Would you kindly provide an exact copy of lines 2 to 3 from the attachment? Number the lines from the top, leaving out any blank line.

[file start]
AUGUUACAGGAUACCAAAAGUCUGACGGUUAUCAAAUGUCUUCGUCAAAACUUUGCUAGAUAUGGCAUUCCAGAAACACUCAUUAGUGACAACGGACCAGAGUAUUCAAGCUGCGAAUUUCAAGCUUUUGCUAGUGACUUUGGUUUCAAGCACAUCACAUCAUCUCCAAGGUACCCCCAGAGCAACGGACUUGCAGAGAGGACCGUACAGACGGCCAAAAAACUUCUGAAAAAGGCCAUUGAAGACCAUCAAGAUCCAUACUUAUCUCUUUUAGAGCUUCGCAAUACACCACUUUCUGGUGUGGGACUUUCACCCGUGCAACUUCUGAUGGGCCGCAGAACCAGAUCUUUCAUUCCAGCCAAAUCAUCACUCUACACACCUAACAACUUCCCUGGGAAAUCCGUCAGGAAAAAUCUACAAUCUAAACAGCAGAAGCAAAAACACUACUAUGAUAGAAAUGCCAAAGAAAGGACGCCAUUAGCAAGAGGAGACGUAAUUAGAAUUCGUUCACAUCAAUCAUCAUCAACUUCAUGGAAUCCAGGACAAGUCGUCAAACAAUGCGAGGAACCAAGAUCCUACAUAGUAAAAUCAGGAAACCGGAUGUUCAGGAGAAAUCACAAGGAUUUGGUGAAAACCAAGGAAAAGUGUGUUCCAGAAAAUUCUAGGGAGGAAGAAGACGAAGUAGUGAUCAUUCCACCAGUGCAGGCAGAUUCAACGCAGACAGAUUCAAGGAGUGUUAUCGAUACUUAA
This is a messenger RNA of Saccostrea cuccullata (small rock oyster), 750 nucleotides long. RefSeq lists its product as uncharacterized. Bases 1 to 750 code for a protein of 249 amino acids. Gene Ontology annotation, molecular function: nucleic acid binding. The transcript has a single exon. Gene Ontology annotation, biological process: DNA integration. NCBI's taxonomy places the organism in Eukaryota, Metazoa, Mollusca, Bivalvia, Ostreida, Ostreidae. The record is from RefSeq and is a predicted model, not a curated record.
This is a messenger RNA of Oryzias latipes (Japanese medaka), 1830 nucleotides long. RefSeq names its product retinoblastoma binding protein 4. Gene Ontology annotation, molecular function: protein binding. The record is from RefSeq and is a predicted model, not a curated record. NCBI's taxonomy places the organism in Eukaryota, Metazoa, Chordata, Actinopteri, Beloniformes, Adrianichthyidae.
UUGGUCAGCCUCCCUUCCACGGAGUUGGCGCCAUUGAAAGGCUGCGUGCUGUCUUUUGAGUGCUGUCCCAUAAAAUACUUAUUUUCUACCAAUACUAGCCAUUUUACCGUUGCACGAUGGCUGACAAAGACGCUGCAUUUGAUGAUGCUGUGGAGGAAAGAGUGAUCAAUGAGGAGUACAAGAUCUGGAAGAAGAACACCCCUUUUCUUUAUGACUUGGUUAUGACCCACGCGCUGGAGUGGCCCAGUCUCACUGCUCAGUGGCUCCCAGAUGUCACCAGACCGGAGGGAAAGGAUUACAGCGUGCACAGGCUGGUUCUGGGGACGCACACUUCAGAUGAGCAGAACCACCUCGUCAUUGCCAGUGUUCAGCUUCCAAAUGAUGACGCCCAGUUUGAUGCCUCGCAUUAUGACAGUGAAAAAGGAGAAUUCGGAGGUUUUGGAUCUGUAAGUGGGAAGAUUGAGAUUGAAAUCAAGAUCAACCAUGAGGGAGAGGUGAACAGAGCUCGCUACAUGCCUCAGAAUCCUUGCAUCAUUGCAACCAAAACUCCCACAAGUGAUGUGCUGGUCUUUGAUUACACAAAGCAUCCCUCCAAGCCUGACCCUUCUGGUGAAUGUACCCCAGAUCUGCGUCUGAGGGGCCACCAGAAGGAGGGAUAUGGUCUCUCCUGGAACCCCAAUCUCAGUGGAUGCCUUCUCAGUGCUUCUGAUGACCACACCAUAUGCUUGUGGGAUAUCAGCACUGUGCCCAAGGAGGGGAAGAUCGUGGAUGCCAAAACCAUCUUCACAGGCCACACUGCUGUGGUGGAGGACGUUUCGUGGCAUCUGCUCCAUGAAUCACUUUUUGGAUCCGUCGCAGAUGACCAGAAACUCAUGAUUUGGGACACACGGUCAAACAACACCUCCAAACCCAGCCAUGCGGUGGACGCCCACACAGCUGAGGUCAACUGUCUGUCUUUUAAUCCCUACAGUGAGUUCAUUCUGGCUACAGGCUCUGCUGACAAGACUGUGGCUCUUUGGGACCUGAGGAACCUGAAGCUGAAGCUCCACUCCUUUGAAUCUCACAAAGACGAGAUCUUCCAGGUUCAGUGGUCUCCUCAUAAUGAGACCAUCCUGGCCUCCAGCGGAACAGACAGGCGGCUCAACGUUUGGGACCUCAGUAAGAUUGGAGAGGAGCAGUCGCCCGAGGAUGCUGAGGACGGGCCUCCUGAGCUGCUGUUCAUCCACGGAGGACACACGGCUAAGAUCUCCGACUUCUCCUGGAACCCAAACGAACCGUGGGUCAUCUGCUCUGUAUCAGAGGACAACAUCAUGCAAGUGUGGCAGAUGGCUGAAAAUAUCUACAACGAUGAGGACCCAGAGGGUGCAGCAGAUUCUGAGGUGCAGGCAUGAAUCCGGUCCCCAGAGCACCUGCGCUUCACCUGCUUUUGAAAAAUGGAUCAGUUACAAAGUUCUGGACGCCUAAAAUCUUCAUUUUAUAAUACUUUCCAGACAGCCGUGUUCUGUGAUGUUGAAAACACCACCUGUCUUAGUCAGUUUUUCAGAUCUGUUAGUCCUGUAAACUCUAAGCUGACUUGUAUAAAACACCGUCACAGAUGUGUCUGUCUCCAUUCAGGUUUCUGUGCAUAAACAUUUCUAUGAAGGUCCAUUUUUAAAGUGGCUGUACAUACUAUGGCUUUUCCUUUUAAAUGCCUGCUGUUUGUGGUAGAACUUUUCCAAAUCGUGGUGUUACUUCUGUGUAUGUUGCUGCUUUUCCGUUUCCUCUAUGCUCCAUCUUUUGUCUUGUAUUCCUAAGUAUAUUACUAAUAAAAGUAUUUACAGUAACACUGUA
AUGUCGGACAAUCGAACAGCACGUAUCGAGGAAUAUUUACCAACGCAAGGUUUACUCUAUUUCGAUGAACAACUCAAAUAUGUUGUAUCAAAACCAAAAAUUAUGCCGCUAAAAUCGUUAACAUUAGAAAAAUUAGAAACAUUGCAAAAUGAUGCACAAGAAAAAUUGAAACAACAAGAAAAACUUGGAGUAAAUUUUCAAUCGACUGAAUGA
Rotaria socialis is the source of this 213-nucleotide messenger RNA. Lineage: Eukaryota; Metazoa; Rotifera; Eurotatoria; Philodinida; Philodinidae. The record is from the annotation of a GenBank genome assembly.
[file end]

This is a messenger RNA of Saccostrea cuccullata (small rock oyster), 750 nucleotides long. RefSeq lists its product as uncharacterized. Bases 1 to 750 code for a protein of 249 amino acids. Gene Ontology annotation, molecular function: nucleic acid binding. The transcript has a single exon. Gene Ontology annotation, biological process: DNA integration. NCBI's taxonomy places the organism in Eukaryota, Metazoa, Mollusca, Bivalvia, Ostreida, Ostreidae. The record is from RefSeq and is a predicted model, not a curated record.
This is a messenger RNA of Oryzias latipes (Japanese medaka), 1830 nucleotides long. RefSeq names its product retinoblastoma binding protein 4. Gene Ontology annotation, molecular function: protein binding. The record is from RefSeq and is a predicted model, not a curated record. NCBI's taxonomy places the organism in Eukaryota, Metazoa, Chordata, Actinopteri, Beloniformes, Adrianichthyidae.